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Tight oil


Tight oil refers to the light crude oil trapped in shale, limestone and sandstone formations characterized by very low porosity and permeability.

Tight oil is normally a light crude oil found in the sedimentary formations that may also be called light tight oil (LTO) or tight shale oil or even shale oil.


But the term of tight oil is preferred to shale oil in order to avoid the confusion with oil shale.

Tight oil or shale oil are different from oil shale.

Oil shale are composed of solid hydrocarbon (kerogen), a decomposed organic matter still at solid state, in a sedimentary rock unit while tight oil is a light crude.

Oil shale cannot be extracted using the same cost effective production techniques as tight light oil.  

Tight oil are classified as source rock (sedimentary rock with petroleum hydrocarbon production capacity).

The term of “tight” finds its justification on the limited flow of tight oil from the rock to the well bore by the largely impermeable fine-grained nature of the oil-hosting rock.

While some tight light oil plays produce oil directly from shale, most tight oil is produced from low-permeability siltstones, sandstones, limestones and dolostones that are associated with the shale.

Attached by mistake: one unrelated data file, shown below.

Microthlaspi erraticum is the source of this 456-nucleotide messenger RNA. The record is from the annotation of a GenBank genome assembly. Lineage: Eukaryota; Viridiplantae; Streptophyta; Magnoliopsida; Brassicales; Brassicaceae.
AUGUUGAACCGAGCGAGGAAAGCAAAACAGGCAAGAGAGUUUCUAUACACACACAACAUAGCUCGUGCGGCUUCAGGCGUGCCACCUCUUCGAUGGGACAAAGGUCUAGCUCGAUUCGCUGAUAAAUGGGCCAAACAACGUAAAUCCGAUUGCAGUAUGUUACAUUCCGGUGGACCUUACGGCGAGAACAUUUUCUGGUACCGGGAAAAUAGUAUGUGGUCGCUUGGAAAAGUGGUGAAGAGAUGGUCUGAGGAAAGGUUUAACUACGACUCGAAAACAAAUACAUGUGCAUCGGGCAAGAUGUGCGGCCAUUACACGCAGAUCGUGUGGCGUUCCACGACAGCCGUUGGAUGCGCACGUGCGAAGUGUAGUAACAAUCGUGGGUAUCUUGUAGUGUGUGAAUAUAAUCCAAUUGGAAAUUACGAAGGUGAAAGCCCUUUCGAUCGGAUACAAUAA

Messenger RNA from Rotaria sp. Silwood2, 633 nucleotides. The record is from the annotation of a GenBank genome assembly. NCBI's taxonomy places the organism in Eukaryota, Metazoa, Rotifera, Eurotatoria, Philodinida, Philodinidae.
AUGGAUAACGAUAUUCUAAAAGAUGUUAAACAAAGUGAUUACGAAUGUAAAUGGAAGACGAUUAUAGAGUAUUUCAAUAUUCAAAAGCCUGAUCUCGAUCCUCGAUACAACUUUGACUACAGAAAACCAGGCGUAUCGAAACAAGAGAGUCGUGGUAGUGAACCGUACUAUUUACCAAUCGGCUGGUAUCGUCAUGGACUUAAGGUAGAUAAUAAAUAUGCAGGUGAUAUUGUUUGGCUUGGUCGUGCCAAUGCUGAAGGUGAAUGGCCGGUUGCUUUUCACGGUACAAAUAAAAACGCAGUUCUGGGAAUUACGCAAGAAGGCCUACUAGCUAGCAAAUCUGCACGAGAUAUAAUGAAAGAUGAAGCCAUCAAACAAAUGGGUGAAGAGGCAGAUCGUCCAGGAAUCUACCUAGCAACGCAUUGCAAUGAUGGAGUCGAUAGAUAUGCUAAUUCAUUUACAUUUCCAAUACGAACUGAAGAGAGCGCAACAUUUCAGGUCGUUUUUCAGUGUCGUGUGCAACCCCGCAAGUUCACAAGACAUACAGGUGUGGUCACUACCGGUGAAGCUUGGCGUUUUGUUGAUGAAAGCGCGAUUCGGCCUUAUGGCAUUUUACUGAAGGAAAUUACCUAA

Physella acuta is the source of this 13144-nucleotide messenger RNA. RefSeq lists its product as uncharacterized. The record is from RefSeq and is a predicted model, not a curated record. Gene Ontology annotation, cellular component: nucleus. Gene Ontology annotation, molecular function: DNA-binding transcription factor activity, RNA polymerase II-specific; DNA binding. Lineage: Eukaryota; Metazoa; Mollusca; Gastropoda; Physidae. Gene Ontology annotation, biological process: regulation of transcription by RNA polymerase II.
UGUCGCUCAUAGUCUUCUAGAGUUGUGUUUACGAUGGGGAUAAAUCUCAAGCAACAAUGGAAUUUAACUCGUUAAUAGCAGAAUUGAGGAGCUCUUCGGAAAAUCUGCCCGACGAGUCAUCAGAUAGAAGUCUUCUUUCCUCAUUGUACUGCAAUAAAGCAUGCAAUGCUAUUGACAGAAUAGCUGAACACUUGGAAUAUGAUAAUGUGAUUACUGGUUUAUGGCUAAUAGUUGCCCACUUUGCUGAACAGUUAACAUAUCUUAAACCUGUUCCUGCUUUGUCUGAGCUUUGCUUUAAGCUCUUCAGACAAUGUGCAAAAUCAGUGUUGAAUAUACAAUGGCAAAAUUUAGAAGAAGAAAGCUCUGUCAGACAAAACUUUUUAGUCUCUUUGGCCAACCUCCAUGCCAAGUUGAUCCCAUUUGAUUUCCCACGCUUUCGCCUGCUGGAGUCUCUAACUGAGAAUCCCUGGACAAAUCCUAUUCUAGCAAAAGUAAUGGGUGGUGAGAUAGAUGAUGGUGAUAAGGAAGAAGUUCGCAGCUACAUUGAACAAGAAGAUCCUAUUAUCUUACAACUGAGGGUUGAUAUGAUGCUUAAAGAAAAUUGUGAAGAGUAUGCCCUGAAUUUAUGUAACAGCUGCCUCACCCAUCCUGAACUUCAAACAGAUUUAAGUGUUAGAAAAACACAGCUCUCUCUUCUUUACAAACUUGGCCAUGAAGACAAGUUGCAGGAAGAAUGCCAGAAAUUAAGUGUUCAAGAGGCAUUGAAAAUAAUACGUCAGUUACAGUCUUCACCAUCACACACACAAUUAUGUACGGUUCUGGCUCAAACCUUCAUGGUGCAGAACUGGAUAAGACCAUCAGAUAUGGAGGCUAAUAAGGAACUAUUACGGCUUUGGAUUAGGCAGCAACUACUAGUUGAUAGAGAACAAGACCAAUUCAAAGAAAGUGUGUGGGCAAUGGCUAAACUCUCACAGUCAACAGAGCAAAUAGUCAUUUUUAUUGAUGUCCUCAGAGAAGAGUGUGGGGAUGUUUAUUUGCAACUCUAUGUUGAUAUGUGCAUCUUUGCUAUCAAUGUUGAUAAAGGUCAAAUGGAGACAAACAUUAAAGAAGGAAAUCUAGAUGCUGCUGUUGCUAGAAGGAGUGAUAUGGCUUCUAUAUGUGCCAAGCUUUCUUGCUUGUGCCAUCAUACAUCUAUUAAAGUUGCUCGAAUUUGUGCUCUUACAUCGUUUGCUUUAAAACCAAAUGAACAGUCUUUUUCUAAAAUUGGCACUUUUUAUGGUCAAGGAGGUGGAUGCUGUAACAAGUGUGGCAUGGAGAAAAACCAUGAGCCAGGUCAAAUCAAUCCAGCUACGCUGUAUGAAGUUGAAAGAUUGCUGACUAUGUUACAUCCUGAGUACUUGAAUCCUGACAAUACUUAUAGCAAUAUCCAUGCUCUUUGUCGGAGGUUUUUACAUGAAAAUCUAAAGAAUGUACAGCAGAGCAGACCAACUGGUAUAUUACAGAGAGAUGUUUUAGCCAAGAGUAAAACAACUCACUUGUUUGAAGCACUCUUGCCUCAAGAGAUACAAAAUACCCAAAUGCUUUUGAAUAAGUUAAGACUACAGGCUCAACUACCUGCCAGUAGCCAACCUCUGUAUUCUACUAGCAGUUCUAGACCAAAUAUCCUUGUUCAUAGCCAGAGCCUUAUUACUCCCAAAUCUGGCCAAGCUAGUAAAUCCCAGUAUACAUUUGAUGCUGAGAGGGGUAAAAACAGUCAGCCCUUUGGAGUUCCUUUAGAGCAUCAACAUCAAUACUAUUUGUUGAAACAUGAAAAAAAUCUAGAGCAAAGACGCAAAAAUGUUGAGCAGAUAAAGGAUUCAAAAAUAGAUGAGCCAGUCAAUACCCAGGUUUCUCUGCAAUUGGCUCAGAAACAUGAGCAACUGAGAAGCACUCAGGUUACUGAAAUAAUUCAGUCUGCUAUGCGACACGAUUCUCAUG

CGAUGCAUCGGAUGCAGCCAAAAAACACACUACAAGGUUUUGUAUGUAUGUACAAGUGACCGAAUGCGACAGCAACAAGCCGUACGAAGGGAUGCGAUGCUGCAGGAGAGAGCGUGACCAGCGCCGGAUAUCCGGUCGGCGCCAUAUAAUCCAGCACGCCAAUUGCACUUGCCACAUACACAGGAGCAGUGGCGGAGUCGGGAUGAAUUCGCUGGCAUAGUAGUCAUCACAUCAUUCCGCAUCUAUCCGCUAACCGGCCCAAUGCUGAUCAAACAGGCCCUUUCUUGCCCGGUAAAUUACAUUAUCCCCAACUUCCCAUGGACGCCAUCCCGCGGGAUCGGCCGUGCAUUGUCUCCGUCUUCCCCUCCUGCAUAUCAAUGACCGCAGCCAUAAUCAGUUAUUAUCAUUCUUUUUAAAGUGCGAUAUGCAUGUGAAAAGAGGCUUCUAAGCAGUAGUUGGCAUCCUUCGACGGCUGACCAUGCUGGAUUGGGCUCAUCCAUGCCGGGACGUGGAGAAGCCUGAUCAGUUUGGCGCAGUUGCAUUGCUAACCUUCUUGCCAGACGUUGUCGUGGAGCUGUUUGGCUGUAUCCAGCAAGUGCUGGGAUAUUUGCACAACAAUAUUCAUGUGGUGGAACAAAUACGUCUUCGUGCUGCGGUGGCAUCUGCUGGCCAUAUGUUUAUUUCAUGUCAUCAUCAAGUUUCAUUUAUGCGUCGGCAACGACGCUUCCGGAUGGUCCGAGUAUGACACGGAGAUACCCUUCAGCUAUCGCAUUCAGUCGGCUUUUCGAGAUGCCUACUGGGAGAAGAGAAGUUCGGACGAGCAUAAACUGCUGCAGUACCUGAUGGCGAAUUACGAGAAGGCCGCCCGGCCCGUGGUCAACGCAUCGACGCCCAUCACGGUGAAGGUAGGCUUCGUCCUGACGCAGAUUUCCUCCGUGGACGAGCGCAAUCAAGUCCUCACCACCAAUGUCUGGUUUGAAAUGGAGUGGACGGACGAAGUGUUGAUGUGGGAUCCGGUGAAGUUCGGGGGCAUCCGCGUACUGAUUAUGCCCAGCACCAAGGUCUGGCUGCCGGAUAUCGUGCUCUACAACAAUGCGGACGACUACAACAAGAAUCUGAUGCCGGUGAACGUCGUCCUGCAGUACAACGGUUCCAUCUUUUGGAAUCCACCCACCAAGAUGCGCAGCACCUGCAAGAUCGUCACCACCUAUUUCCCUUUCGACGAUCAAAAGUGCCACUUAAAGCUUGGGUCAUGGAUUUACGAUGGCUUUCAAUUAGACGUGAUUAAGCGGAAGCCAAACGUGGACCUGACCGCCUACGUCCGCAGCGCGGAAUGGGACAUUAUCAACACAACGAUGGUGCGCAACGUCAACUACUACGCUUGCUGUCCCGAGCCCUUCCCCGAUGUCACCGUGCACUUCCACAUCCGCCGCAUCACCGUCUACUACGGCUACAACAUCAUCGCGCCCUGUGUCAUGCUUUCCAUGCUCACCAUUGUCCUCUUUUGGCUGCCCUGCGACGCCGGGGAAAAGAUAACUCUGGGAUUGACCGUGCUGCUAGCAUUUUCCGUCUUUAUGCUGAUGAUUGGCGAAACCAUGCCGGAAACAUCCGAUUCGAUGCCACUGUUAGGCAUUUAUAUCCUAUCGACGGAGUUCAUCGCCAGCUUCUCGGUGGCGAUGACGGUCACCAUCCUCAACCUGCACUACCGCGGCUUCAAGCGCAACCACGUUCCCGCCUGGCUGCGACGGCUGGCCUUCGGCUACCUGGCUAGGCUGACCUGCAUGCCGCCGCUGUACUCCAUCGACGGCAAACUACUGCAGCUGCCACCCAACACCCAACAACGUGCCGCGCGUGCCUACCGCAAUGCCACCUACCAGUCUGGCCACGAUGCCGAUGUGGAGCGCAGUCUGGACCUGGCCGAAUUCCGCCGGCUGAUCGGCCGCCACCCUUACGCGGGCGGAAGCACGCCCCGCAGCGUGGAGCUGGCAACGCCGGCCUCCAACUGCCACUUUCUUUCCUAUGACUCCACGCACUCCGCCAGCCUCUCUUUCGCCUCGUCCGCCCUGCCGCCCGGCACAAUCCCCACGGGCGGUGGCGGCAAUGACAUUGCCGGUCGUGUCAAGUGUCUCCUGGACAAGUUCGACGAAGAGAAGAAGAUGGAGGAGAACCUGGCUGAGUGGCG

The oil trapped in these relatively impermeable rock units requires well stimulation techniques including horizontal drilling and hydraulic fracturing.

They use the same horizontal drilling and hydraulic fracturing technologies used in shale gas development.

Advanced hydraulic fracturing means recovering tight oil from shale plays is becoming more and more economical and companies are rushing to acquire and exploit acreage in the formations where this oil is contained.

Since the shale gas over flooded the North American market with low-price shale gas, the spread with oil prices continuously increased leading the Oil and Gas Exploration and Production companies to focus on more lucrative liquid-rich shale plays including the Bakken, Niobrara and Eagle Ford in search of higher value tight oil deposits.

Tight oil may also be foound in other parts of the world such as the R’Mah play in Syria, Sargelu in the Persian Gulf, Athel in Oman,  Bazhenov, Achimov  in Russia, and Chicontepec in Mexico.

In July 2012, the US agency Energy Information Administration (EIA) published a survey about the tight oil forecasting the USA production from tight oil should more double by 2035.

In 2012 the production of tight oil  will be around 720,000 b/d representing 12.5% of the US production.

The EIA largest estimates of tight oil production boost volumes to 2.24 million b/d in 2020 and 2.8 million b/d in 2035.

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2 Comments to “Tight oil”

  1. This post is very informative. Thanks for sharing your information on tight oil plays in the lower 48 states.

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